Backdating vat registration to claim setup costs?
Businesses only have limited rights to recover input tax retrospectively, so consideration should be given to the date of registration as you can normally only go back four years for recovering the VAT on goods still on hand at the date of registration and six months for services.
Provided that there was an entitlement to be registered a business can ask for a retrospective voluntary registration at the time of its application for registration. This can be backdated up to a maximum of four years prior to the date the application is received.
In effect, this means the business can then claim back VAT incurred up to eight years ago on goods still on hand on its first VAT return: by backdating the registration four years and then being able to go back another four years prior to the registration date.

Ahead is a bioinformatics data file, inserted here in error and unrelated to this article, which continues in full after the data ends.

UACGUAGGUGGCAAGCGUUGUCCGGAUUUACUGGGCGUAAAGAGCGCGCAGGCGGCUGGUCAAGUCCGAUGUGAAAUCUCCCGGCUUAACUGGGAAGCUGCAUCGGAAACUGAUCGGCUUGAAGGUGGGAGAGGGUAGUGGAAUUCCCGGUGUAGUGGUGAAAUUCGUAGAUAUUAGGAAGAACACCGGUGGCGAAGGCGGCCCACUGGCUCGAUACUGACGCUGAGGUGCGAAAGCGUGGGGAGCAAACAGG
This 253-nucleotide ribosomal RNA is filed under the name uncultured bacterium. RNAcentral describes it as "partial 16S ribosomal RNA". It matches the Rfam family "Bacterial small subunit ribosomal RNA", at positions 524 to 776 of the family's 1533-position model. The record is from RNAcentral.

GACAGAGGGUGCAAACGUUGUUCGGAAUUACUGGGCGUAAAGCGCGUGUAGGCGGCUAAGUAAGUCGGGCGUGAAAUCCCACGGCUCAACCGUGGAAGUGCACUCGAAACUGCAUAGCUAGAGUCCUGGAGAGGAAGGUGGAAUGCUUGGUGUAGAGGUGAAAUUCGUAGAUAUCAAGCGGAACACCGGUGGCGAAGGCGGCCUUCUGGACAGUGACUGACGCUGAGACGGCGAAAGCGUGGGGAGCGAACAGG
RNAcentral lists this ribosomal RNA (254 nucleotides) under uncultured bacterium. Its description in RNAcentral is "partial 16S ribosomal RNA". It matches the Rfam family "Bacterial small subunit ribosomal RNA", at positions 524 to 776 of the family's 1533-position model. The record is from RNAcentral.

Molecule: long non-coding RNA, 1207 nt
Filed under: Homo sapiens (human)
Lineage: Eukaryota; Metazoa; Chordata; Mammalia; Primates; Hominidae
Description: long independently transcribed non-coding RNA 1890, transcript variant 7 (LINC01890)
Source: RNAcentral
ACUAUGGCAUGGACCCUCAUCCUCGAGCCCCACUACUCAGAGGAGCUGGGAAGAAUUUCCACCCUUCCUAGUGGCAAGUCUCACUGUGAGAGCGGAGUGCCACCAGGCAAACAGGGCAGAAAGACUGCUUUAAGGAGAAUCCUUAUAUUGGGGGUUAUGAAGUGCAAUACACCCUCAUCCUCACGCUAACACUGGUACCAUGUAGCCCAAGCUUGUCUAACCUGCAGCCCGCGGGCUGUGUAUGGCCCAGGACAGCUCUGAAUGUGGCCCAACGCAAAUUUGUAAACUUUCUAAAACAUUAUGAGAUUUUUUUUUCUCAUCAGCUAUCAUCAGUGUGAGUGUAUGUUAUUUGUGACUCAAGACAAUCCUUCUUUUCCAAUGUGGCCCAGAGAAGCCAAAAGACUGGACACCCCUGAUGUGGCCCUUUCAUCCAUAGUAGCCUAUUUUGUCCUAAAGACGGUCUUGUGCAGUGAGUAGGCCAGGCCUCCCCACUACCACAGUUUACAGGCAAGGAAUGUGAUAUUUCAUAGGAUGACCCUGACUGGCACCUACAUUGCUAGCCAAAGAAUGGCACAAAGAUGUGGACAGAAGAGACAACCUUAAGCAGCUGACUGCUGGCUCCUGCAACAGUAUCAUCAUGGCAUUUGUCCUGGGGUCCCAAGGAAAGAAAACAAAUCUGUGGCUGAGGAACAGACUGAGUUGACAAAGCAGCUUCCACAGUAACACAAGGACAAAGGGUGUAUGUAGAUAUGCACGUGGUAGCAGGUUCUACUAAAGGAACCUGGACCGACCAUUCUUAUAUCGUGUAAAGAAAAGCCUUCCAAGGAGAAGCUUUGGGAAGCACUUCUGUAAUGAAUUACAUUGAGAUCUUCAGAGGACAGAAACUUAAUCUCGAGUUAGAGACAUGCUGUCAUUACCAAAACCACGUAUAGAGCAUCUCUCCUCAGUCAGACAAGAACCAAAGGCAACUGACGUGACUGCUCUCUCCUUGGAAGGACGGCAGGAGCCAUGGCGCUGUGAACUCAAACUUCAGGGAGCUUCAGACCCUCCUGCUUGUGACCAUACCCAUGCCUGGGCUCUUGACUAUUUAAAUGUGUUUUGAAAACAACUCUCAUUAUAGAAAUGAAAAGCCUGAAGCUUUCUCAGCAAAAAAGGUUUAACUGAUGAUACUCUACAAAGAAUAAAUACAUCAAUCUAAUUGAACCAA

The provision to negotiate an earlier date of registration is contained in the VAT Act 1994. Schedule 1, paragraph 9(a), entitles a person who is not, and is not required to be VAT registered to register for VAT if he can satisfy HMRC that he is in business and is making taxable supplies.
Clearly where an earlier date is requested then output tax should be accounted for on any supplies made. The payments received would be treated as VAT inclusive and the VAT fraction of 1/6th should be applied to extract the VAT out of the amount.
An alternative is to issue VAT only invoices in an attempt to recover the VAT which should have been charged i.e. adding 20%. This is appropriate where the customers can recover VAT and there is a reasonable prospect that at least some of the invoices will be paid. It is recommended that business checks with its customers prior to issuing VAT only invoices. However, if payment is not received, bad debt relief can be claimed after 6 months. The bad debt relief claim in relation to a VAT only invoice is restricted to the VAT fraction of the VAT only invoice. It may seem unfair that the bad debt relief available on a VAT only invoice is restricted to the VAT fraction of the invoice. However, a VAT only invoice needs to be seen in the context of the total amount paid/ payable by the customer.